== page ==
A Bookshelf at an Angle

Alumni Profile

Frederique Djurdjevic: From PhD student to WHO consultant

fredIf you’ve ever thought of continuing your studies, UWL offers a range of exciting research opportunities and projects. All you need to do is contact a potential supervisor and discuss the area you would like to work in. Frédérique Djurdjevic successfully applied for a UWL PhD Scholarship, which led her to embark on a PhD in health psychology, a decision that has led to a successful position with the World Health Organisation.


Prior to her PhD, Frédérique worked as a Barts Charity research fellow at City University's School of Health Sciences. There she was working with the health psychology team to research diabetes management for people living with severe mental illness.


“I had an interest in the interface between mental and physical health, so when the UWL PhD Vice Chancellor's Scholarship was advertised, I applied and began my PhD in May 2017. I really enjoyed my course, everyone at the graduate school was delightful and very supportive throughout my PhD journey. In my second year, I received funding to attend the Cumberland Lodge Summer School and it really helped me plan my next steps. During this time, I also taught on the Masters in health psychology, under the guidance of Professor Caroline Lafarge, which was a rewarding experience.”


Frederique’s PhD focused on the development and preliminary evaluation of a cervical screening informed choice toolposter for women with severe mental illness.


“This group of women may find it harder to attend their cervical screening appointment than the general population due to specific barriers; furthermore mortality from cancer is greater in this group. It is therefore important that they are aware of the adjustments they can request to make an informed decision. A leaflet tool was developed and tested with mental health service users and health professionals in community mental health clinics. The leaflet has had a huge uptake and is available on Systmone (primary care portal), Jo’s cervical cancer trust website and other NHS trust portals.”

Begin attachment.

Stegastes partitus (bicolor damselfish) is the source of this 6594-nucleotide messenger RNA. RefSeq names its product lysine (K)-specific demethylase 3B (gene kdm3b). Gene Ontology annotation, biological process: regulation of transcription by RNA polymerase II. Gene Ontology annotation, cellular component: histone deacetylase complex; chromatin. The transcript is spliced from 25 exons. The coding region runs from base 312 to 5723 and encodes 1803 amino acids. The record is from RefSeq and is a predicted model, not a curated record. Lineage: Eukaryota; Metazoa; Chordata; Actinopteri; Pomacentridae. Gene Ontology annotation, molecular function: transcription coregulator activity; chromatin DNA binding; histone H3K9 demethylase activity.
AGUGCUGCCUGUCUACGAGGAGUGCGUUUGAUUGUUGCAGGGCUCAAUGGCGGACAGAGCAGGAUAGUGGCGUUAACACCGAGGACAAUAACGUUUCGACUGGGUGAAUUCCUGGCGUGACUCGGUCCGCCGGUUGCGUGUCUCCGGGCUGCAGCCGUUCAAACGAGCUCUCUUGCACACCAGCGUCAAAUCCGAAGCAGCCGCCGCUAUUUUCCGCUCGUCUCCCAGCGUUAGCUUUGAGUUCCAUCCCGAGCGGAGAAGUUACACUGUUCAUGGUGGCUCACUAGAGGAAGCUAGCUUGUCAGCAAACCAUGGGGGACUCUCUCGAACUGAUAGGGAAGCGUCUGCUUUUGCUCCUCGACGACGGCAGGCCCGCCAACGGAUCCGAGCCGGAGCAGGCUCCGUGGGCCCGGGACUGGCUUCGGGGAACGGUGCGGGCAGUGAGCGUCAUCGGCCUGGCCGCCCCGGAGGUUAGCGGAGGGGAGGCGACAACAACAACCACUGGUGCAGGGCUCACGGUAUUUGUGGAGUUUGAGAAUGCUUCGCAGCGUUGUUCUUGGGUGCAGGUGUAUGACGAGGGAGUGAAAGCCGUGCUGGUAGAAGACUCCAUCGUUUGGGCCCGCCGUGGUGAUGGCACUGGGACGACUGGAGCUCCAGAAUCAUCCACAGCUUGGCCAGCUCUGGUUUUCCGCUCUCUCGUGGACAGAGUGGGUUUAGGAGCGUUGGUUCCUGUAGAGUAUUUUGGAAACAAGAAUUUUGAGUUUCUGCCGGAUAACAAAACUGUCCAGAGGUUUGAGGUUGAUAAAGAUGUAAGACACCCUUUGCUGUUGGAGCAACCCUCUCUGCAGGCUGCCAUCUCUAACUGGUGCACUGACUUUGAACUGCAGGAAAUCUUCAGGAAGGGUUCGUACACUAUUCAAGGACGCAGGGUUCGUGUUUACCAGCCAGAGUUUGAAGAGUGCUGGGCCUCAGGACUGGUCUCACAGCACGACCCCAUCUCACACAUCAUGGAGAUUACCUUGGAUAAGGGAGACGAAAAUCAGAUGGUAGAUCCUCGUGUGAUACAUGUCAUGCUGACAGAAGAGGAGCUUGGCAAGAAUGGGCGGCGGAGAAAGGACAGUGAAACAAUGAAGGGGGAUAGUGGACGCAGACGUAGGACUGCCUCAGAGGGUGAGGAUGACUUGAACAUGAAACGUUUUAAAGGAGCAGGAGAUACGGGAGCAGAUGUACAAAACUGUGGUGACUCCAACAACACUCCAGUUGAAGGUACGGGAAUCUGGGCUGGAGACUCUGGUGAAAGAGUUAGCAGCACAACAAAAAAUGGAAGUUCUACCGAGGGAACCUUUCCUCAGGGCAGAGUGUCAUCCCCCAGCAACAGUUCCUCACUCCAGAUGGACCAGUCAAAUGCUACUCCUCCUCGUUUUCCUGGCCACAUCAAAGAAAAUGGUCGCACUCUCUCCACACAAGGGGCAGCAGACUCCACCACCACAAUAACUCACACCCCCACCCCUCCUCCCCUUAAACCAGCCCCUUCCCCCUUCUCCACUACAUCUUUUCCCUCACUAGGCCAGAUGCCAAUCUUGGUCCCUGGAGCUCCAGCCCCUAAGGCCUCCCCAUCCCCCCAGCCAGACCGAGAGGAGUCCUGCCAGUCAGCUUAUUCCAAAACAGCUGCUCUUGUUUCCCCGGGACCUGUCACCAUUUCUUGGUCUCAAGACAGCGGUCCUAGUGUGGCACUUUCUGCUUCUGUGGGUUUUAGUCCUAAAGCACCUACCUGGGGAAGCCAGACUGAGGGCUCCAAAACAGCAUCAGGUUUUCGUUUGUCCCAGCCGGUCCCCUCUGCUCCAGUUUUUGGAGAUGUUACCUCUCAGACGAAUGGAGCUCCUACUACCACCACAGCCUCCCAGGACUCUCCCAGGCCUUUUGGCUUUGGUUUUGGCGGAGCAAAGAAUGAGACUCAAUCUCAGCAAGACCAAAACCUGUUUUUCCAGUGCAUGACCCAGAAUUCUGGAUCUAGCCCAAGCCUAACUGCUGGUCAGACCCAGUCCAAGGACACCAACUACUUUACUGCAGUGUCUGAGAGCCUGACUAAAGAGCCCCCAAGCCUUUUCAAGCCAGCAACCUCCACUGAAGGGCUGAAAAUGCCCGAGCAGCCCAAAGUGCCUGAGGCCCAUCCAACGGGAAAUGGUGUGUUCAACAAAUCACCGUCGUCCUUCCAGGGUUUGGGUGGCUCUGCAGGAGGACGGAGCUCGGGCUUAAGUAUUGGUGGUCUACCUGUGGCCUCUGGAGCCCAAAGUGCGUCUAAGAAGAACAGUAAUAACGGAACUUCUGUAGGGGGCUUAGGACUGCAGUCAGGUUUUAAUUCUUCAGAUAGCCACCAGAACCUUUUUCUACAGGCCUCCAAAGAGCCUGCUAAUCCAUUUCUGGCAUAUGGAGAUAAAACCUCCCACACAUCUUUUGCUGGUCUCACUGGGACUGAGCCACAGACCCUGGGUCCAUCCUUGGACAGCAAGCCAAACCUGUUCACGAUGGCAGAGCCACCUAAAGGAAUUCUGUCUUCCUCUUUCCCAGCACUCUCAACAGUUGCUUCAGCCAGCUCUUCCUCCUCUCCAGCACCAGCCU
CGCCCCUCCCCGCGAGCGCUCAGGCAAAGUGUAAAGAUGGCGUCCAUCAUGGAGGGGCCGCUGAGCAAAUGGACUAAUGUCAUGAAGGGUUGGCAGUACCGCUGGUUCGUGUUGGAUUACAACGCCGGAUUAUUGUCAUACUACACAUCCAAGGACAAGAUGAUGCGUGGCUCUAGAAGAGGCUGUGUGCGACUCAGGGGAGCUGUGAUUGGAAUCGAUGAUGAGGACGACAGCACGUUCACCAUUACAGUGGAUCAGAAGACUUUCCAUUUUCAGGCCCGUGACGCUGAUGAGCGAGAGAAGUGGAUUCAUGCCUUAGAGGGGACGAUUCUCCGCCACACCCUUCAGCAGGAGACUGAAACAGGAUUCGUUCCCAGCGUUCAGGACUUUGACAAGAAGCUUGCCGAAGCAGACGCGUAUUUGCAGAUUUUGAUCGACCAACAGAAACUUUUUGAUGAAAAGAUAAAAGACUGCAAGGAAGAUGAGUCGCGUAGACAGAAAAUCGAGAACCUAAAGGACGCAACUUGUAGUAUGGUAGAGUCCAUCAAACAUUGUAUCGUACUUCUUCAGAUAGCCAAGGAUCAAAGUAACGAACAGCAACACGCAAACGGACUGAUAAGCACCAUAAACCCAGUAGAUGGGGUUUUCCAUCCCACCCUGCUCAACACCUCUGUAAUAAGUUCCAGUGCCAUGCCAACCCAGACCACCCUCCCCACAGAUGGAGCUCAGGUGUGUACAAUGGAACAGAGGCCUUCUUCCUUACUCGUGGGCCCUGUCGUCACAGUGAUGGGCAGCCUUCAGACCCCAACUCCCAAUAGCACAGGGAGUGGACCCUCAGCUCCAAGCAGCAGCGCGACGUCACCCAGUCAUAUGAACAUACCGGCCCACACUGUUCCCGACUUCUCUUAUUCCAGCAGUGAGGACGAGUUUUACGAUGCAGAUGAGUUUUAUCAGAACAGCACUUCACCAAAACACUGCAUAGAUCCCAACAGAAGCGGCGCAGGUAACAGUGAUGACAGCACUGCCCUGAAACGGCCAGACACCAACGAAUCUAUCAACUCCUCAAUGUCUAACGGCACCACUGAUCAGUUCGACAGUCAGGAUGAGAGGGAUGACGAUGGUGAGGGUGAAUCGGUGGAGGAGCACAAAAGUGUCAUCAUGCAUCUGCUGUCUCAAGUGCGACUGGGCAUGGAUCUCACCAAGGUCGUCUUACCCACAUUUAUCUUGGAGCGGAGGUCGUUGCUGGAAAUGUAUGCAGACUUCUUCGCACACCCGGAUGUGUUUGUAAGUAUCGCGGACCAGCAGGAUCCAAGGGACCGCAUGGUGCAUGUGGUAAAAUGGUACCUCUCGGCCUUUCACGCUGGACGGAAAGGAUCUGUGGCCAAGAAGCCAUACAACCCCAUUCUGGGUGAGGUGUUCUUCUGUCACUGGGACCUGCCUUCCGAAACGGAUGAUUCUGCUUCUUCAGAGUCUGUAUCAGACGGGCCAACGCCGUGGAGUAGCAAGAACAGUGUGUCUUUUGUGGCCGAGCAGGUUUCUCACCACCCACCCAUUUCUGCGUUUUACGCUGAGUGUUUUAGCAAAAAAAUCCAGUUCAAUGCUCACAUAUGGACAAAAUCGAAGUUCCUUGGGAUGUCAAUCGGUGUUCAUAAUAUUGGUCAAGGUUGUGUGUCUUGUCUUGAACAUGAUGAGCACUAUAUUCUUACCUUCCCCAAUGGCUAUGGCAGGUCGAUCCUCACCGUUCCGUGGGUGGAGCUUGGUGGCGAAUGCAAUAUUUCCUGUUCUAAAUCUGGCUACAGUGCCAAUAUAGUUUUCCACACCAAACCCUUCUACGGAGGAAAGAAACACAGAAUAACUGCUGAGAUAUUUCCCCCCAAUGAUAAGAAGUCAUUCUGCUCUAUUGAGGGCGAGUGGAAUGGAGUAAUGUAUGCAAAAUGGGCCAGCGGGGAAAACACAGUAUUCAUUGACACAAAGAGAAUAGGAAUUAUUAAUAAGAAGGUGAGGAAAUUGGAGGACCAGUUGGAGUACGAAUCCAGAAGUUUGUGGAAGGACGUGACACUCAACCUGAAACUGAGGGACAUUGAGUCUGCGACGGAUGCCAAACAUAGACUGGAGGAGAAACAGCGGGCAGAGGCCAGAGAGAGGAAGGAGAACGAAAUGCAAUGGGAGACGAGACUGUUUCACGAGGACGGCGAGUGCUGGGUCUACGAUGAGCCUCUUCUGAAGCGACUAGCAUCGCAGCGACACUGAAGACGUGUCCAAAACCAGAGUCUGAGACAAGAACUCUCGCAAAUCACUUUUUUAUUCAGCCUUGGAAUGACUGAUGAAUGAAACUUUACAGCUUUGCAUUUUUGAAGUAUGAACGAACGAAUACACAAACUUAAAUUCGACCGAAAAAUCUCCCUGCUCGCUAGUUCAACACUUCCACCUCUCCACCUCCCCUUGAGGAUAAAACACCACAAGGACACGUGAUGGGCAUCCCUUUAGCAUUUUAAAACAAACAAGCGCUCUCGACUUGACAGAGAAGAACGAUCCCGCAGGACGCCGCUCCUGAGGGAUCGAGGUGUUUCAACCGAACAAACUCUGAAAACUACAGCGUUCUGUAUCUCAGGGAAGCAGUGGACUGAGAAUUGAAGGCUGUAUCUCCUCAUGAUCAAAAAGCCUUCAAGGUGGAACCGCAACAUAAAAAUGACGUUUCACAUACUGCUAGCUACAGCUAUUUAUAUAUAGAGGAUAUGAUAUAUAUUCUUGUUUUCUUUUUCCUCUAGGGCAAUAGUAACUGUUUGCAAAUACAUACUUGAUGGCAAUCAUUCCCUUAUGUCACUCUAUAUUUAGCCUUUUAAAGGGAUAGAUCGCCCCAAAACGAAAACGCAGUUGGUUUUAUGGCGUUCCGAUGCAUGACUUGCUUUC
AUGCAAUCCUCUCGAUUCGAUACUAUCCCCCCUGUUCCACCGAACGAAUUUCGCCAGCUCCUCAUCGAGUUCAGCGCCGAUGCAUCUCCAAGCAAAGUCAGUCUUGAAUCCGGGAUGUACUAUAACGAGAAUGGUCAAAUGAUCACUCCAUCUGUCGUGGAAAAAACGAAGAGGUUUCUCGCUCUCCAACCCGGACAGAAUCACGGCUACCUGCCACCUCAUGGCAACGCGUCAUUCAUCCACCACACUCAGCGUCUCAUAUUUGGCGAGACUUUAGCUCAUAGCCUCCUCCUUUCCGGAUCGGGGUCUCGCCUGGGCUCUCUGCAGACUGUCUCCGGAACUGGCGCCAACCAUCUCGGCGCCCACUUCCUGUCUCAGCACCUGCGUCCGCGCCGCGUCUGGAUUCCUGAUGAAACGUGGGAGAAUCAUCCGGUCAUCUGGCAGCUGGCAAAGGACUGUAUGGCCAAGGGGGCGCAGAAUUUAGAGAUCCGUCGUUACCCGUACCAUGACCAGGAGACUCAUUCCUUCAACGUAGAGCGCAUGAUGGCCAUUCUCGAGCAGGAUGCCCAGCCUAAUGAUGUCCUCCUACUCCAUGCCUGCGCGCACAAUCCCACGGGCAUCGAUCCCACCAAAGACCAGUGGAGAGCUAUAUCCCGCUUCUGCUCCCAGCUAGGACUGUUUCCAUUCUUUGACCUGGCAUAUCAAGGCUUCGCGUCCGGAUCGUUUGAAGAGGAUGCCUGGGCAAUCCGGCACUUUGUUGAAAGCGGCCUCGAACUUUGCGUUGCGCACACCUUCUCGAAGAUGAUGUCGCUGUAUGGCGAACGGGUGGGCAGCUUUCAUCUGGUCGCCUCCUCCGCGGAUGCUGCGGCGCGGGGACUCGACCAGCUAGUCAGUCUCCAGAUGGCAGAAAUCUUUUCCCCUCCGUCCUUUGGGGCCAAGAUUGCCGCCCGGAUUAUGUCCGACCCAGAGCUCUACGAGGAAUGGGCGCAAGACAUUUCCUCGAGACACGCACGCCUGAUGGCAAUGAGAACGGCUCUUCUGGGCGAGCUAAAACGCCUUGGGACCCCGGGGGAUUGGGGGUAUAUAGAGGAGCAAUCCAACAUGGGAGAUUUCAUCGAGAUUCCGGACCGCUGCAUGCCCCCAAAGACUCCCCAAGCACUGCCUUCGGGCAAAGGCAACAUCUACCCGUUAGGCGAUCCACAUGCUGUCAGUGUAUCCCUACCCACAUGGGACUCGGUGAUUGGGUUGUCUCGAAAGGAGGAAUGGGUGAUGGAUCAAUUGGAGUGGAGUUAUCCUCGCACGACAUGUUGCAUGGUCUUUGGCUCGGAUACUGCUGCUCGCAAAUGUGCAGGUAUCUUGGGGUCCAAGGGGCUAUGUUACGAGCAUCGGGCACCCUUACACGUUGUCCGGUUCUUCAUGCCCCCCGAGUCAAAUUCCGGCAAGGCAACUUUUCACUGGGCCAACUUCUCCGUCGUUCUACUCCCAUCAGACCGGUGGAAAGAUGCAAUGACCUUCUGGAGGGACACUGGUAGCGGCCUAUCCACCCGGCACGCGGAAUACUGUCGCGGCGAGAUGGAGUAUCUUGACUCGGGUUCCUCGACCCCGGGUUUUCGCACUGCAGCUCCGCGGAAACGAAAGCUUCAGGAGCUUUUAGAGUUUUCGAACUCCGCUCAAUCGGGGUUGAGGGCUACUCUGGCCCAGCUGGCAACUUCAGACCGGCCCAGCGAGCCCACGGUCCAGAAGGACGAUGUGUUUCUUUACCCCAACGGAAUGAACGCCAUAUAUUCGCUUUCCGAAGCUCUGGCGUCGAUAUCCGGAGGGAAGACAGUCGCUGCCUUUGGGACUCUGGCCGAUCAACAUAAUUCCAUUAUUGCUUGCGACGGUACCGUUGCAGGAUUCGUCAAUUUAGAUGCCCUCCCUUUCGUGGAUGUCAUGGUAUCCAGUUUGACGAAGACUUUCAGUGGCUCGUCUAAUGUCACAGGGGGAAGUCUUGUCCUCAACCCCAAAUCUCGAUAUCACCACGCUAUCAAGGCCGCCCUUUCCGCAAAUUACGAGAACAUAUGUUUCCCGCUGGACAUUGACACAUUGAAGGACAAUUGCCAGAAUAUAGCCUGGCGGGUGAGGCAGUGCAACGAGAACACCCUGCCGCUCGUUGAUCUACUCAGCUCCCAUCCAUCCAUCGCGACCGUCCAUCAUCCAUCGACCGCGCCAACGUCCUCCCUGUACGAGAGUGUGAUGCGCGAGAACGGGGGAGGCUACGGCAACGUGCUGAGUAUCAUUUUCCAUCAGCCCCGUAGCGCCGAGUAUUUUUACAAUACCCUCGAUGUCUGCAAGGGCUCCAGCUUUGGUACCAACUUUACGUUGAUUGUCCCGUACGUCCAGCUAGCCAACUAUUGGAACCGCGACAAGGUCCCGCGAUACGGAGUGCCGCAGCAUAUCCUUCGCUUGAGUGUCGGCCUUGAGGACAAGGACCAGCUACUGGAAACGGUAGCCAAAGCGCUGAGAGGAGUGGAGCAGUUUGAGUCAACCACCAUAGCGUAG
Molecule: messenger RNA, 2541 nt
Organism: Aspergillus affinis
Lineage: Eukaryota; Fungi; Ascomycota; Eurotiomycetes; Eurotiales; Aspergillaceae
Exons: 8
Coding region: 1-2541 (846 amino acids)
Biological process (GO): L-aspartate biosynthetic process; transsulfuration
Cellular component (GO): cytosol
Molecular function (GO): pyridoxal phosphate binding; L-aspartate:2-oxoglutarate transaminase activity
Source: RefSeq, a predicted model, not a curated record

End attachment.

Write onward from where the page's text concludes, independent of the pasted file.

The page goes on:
After passing her viva with no corrections in January, Frederique started a job as a consultant for the WHO regional office in Europe just a week later!


Frédérique, who is also currently drafting her final PhD paper ready for submission, has been published in a number of places including BMJ Open, BMC Psychiatry and the Journal of Mental Health. Public Health England’s guidance on support for people who find it hard to attend cervical screening due to having a mental health condition, or having experienced trauma or abuse, is based on her PhD research.


It is her hope that the leaflets she has developed will be able to save lives by encouraging women to go for their screenings.


Asked what advice she had for anyone considering further study, or starting out in the workplace, Frederique said:

“Your degree is just the beginning of the journey! Believe in yourself, much can be achieved with willpower and hard work. Make yourself visible at conferences, on social media and be prepared to receive constructive feedback. Nurture your network.”


For anyone who is interested, links to some of Frédérique’s work can be found below:






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